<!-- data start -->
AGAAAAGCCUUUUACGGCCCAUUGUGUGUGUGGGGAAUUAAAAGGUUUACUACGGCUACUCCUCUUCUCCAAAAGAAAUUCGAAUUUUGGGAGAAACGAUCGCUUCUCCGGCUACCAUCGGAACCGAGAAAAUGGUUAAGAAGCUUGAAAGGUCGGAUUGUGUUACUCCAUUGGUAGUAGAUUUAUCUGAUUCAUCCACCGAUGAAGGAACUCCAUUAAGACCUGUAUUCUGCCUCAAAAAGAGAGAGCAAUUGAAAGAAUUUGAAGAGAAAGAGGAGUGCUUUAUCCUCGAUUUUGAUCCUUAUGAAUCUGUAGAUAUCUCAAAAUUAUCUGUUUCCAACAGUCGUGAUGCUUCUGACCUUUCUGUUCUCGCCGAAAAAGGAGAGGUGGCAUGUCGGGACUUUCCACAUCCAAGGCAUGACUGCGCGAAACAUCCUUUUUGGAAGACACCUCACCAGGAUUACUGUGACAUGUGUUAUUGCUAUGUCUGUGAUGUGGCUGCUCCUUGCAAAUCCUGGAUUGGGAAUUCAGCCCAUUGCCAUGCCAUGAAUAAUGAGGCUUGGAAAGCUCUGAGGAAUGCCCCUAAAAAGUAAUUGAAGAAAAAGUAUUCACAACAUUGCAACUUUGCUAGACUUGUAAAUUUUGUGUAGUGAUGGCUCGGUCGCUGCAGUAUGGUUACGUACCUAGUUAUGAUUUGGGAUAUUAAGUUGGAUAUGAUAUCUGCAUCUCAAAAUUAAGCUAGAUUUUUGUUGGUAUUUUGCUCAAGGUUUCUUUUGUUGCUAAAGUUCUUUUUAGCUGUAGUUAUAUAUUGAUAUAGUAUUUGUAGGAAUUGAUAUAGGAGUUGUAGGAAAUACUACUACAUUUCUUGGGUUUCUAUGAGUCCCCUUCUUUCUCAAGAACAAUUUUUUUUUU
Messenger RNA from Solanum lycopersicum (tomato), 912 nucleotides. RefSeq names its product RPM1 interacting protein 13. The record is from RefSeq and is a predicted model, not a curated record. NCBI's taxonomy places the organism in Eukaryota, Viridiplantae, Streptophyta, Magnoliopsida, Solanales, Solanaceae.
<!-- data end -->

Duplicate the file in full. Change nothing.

AGAAAAGCCUUUUACGGCCCAUUGUGUGUGUGGGGAAUUAAAAGGUUUACUACGGCUACUCCUCUUCUCCAAAAGAAAUUCGAAUUUUGGGAGAAACGAUCGCUUCUCCGGCUACCAUCGGAACCGAGAAAAUGGUUAAGAAGCUUGAAAGGUCGGAUUGUGUUACUCCAUUGGUAGUAGAUUUAUCUGAUUCAUCCACCGAUGAAGGAACUCCAUUAAGACCUGUAUUCUGCCUCAAAAAGAGAGAGCAAUUGAAAGAAUUUGAAGAGAAAGAGGAGUGCUUUAUCCUCGAUUUUGAUCCUUAUGAAUCUGUAGAUAUCUCAAAAUUAUCUGUUUCCAACAGUCGUGAUGCUUCUGACCUUUCUGUUCUCGCCGAAAAAGGAGAGGUGGCAUGUCGGGACUUUCCACAUCCAAGGCAUGACUGCGCGAAACAUCCUUUUUGGAAGACACCUCACCAGGAUUACUGUGACAUGUGUUAUUGCUAUGUCUGUGAUGUGGCUGCUCCUUGCAAAUCCUGGAUUGGGAAUUCAGCCCAUUGCCAUGCCAUGAAUAAUGAGGCUUGGAAAGCUCUGAGGAAUGCCCCUAAAAAGUAAUUGAAGAAAAAGUAUUCACAACAUUGCAACUUUGCUAGACUUGUAAAUUUUGUGUAGUGAUGGCUCGGUCGCUGCAGUAUGGUUACGUACCUAGUUAUGAUUUGGGAUAUUAAGUUGGAUAUGAUAUCUGCAUCUCAAAAUUAAGCUAGAUUUUUGUUGGUAUUUUGCUCAAGGUUUCUUUUGUUGCUAAAGUUCUUUUUAGCUGUAGUUAUAUAUUGAUAUAGUAUUUGUAGGAAUUGAUAUAGGAGUUGUAGGAAAUACUACUACAUUUCUUGGGUUUCUAUGAGUCCCCUUCUUUCUCAAGAACAAUUUUUUUUUU
Messenger RNA from Solanum lycopersicum (tomato), 912 nucleotides. RefSeq names its product RPM1 interacting protein 13. The record is from RefSeq and is a predicted model, not a curated record. NCBI's taxonomy places the organism in Eukaryota, Viridiplantae, Streptophyta, Magnoliopsida, Solanales, Solanaceae.